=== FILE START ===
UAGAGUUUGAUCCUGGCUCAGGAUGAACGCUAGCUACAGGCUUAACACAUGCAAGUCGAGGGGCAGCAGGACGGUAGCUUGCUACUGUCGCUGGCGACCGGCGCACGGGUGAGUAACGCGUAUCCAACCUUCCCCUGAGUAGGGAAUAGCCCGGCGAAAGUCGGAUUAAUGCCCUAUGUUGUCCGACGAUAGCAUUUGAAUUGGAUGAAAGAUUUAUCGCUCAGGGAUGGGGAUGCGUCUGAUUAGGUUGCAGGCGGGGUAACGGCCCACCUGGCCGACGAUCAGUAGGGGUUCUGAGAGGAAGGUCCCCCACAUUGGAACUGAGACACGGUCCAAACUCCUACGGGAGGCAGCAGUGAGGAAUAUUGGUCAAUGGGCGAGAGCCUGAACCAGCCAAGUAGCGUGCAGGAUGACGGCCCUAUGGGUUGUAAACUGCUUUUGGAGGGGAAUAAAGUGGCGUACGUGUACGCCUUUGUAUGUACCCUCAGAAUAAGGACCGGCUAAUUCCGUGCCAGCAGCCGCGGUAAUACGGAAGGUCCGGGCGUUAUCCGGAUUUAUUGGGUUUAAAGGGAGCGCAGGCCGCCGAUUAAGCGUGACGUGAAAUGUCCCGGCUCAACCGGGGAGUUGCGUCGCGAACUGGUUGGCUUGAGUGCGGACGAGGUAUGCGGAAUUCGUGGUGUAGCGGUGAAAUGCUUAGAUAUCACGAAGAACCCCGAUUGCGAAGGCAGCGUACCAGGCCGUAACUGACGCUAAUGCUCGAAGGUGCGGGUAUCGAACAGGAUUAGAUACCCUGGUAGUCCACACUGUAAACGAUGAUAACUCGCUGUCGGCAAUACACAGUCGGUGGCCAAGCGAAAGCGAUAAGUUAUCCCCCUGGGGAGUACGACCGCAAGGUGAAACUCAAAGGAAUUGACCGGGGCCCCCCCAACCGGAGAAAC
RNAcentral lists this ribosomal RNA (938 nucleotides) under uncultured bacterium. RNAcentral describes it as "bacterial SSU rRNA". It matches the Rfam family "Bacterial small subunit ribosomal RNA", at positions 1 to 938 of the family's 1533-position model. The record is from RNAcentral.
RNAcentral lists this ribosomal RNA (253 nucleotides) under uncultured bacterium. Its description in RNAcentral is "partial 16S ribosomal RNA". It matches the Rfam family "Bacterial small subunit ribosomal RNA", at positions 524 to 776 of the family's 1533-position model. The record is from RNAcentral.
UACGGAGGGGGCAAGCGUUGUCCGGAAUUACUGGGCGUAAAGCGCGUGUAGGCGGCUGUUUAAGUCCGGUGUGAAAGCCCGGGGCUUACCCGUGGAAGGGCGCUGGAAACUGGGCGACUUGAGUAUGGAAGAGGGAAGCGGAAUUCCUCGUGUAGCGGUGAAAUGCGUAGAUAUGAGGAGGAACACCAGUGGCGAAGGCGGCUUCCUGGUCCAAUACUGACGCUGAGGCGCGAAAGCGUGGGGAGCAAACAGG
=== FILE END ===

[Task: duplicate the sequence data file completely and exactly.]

UAGAGUUUGAUCCUGGCUCAGGAUGAACGCUAGCUACAGGCUUAACACAUGCAAGUCGAGGGGCAGCAGGACGGUAGCUUGCUACUGUCGCUGGCGACCGGCGCACGGGUGAGUAACGCGUAUCCAACCUUCCCCUGAGUAGGGAAUAGCCCGGCGAAAGUCGGAUUAAUGCCCUAUGUUGUCCGACGAUAGCAUUUGAAUUGGAUGAAAGAUUUAUCGCUCAGGGAUGGGGAUGCGUCUGAUUAGGUUGCAGGCGGGGUAACGGCCCACCUGGCCGACGAUCAGUAGGGGUUCUGAGAGGAAGGUCCCCCACAUUGGAACUGAGACACGGUCCAAACUCCUACGGGAGGCAGCAGUGAGGAAUAUUGGUCAAUGGGCGAGAGCCUGAACCAGCCAAGUAGCGUGCAGGAUGACGGCCCUAUGGGUUGUAAACUGCUUUUGGAGGGGAAUAAAGUGGCGUACGUGUACGCCUUUGUAUGUACCCUCAGAAUAAGGACCGGCUAAUUCCGUGCCAGCAGCCGCGGUAAUACGGAAGGUCCGGGCGUUAUCCGGAUUUAUUGGGUUUAAAGGGAGCGCAGGCCGCCGAUUAAGCGUGACGUGAAAUGUCCCGGCUCAACCGGGGAGUUGCGUCGCGAACUGGUUGGCUUGAGUGCGGACGAGGUAUGCGGAAUUCGUGGUGUAGCGGUGAAAUGCUUAGAUAUCACGAAGAACCCCGAUUGCGAAGGCAGCGUACCAGGCCGUAACUGACGCUAAUGCUCGAAGGUGCGGGUAUCGAACAGGAUUAGAUACCCUGGUAGUCCACACUGUAAACGAUGAUAACUCGCUGUCGGCAAUACACAGUCGGUGGCCAAGCGAAAGCGAUAAGUUAUCCCCCUGGGGAGUACGACCGCAAGGUGAAACUCAAAGGAAUUGACCGGGGCCCCCCCAACCGGAGAAAC
RNAcentral lists this ribosomal RNA (938 nucleotides) under uncultured bacterium. RNAcentral describes it as "bacterial SSU rRNA". It matches the Rfam family "Bacterial small subunit ribosomal RNA", at positions 1 to 938 of the family's 1533-position model. The record is from RNAcentral.
RNAcentral lists this ribosomal RNA (253 nucleotides) under uncultured bacterium. Its description in RNAcentral is "partial 16S ribosomal RNA". It matches the Rfam family "Bacterial small subunit ribosomal RNA", at positions 524 to 776 of the family's 1533-position model. The record is from RNAcentral.
UACGGAGGGGGCAAGCGUUGUCCGGAAUUACUGGGCGUAAAGCGCGUGUAGGCGGCUGUUUAAGUCCGGUGUGAAAGCCCGGGGCUUACCCGUGGAAGGGCGCUGGAAACUGGGCGACUUGAGUAUGGAAGAGGGAAGCGGAAUUCCUCGUGUAGCGGUGAAAUGCGUAGAUAUGAGGAGGAACACCAGUGGCGAAGGCGGCUUCCUGGUCCAAUACUGACGCUGAGGCGCGAAAGCGUGGGGAGCAAACAGG